I blame Schoolhouse Rock.
The central premise of Schoolhouse Rock’s iconic “I’m Just a Bill” cartoon taught generations of American children one fallacious lesson: The road to solving the world’s problem begins and ends with lawmaking.
“Some folks back home decided that they wanted a law passed. So they called their local congressman and he said, ‘You’re right – there ought to be a law.’”
This line of thinking – the causal relationship between policy and problem solving – preys upon our worst instincts. Often times, we experience a negative phenomena – a drug overdose, a school shooting, a terrorist attack, political corruption – and our immediate response is purely emotional: “Nobody should ever experience this again.” The pathway to this conclusion seems simple enough: ban the bad stuff.
Unfortunately, our historical experiments with banning bad stuff often produced unintended consequences.
Consider our “noble experiment” with Prohibition. Back then, alcohol was bad, so we banned it with the 18th Amendment. The result? The transport and sale of illicit booze became a prolific criminal enterprise backed by well-armed, violent gangs. The homicide rate in the United States steadily climbed between 1920 and 1933. Meanwhile, alcohol consumption – what Prohibition laws sought to minimize – increased 70 percent.
So, we repealed the 18th Amendment with the 21st Amendment on Dec. 5, 1933. The result? Repealing Prohibition not only destroyed the mob’s monopoly on alcohol but also ushered in a drastic decrease in homicide that lasted 11 years.
Fast forward 82 years, and we are on the cusp of learning the same lesson – this time with the War on Drugs.
The increased criminalization of drugs has yielded the same violent results. Between 2007 and 2014, Mexican authorities estimate that 164,000 homicides were the result of drug cartel violence. For perspective, during the same time period, civilian deaths in Afghanistan and Iraq totaled 103,000 combined.
Aside from its inherent violence, the drug war is also economically unsustainable and counterproductive. We have invested close to a trillion dollars in drug-related law enforcement over the past four decades. And what was the return on investment? A black market valued at $100 billion annually and a drug-use rate that has increased.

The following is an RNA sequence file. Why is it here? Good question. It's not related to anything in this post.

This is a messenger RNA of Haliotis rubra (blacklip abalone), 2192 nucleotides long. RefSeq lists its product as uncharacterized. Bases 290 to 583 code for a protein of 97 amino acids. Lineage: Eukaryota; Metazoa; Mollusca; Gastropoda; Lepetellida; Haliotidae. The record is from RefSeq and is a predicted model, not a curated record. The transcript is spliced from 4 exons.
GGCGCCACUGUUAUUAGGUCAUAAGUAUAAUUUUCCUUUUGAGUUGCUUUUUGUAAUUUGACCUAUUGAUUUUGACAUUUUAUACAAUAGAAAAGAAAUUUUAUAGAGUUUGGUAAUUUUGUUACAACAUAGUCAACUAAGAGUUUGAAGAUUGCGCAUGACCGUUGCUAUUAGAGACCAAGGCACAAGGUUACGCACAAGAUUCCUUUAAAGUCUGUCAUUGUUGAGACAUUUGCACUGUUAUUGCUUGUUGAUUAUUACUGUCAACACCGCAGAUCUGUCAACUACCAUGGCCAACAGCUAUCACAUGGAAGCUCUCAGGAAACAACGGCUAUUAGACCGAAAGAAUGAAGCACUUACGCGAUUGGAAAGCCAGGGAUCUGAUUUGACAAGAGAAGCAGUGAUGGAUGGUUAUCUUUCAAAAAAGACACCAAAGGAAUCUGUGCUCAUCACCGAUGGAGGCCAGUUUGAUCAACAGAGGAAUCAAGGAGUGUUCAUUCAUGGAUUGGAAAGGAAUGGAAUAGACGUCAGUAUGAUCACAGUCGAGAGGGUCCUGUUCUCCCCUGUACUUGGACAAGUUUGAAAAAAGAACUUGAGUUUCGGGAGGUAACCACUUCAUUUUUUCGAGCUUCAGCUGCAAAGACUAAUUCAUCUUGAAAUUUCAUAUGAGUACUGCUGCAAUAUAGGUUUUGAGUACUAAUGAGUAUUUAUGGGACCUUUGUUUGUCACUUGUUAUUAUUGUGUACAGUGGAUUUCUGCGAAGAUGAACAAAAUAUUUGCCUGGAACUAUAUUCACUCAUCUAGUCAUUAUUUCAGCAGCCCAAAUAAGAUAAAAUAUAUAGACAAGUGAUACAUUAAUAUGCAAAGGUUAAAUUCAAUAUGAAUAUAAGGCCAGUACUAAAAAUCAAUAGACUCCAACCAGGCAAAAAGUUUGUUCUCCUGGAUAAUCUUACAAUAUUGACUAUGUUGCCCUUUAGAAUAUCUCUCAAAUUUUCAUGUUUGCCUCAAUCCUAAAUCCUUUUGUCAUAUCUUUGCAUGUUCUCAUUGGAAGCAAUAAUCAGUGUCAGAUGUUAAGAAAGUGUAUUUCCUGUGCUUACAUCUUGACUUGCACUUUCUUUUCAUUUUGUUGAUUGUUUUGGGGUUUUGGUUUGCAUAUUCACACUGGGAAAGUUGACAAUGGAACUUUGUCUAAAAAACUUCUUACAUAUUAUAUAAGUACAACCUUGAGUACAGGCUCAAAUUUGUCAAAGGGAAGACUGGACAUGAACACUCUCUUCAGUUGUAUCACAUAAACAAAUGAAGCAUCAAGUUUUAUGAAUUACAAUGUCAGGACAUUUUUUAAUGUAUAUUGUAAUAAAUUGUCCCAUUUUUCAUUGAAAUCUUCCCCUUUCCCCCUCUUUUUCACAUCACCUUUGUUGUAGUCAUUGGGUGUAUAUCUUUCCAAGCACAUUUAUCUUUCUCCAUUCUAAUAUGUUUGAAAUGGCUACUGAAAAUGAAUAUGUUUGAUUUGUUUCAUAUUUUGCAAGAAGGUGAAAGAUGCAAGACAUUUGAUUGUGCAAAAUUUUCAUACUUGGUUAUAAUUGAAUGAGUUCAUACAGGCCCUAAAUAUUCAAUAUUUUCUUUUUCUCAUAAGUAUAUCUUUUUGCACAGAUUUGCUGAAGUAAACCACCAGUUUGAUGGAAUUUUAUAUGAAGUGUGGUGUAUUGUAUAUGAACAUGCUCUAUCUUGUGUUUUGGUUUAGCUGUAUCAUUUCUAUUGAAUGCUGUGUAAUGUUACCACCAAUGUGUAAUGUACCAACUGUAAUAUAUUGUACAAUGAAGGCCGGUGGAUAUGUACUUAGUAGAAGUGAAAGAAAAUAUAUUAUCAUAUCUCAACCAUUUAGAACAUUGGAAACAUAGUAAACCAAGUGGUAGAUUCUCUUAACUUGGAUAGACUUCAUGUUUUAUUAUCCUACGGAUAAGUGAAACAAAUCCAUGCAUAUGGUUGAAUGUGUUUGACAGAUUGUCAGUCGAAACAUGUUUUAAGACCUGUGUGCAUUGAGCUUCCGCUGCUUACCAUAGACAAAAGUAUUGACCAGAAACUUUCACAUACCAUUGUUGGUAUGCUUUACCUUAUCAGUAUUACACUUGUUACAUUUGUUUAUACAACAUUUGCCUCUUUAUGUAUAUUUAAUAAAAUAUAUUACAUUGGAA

Maybe we can learn from Portugal, which decriminalized drugs in 2001. Rather than locking people up, nonviolent offenders received a warning, a small fine or summons in front of a local commission – which included a doctor, social worker and lawyer – to educate the perpetrator about access to treatment. As a result, Portugal experienced two decades of significant declines in drug abuse, HIV-infection rates, overdose deaths, incarceration rates and drug-related crimes.
And this lesson applies to more than just drugs and booze. Consider every topical issue that you read about in your newsfeed.
The abortion rate has decreased, despite the fact that access has increased over the past few decades. Rather than legislating bans – such as the “heartbeat” bans passed in Alabama, Missouri and other states – removing barriers to contraceptives, such as legalizing the sale of an over-the-counter option, will yield better results in the reduction of unwanted pregnancies.
To become naturalized in the U.S., a citizen-to-be must be patient. Wait times can vary anywhere from six to 28 years – all depending on country of origin, family sponsorship, marital status, employable skills and a whole litany of other requirements.
The expedient option for most migrants – a group estimated at 11 million in size – is to simply remain undocumented, live within the margins and avoid fully assimiliating. People enter our country illegally because the path to do so legally is fraught with bureaucracy.
Gun control is often the preferred prohibition of those on the left. This very same side of the political spectrum also is deeply concerned about the racial disparities in mass incarceration. It turns out, these are competing beliefs. Nearly half of individuals convicted of federal gun crimes are black, despite representing only 12 percent of the general population. More gun laws means more people will go to jail, and the people who will go to jail – as current incarceration rates foretell – will be people of color.
So maybe there ought not be a law – or at least one that prohibits an activity where no victims are involved. I could offer some revised lyrics for “I’m Just a Bill,” but I can’t think of anything that rhymes with “unintended consequences.” In the meantime, think before you ban; you may be doing more harm than good.
Jay Stooksberry is a freelance writer and business owner and serves as chair of the Libertarian Party of Delta County.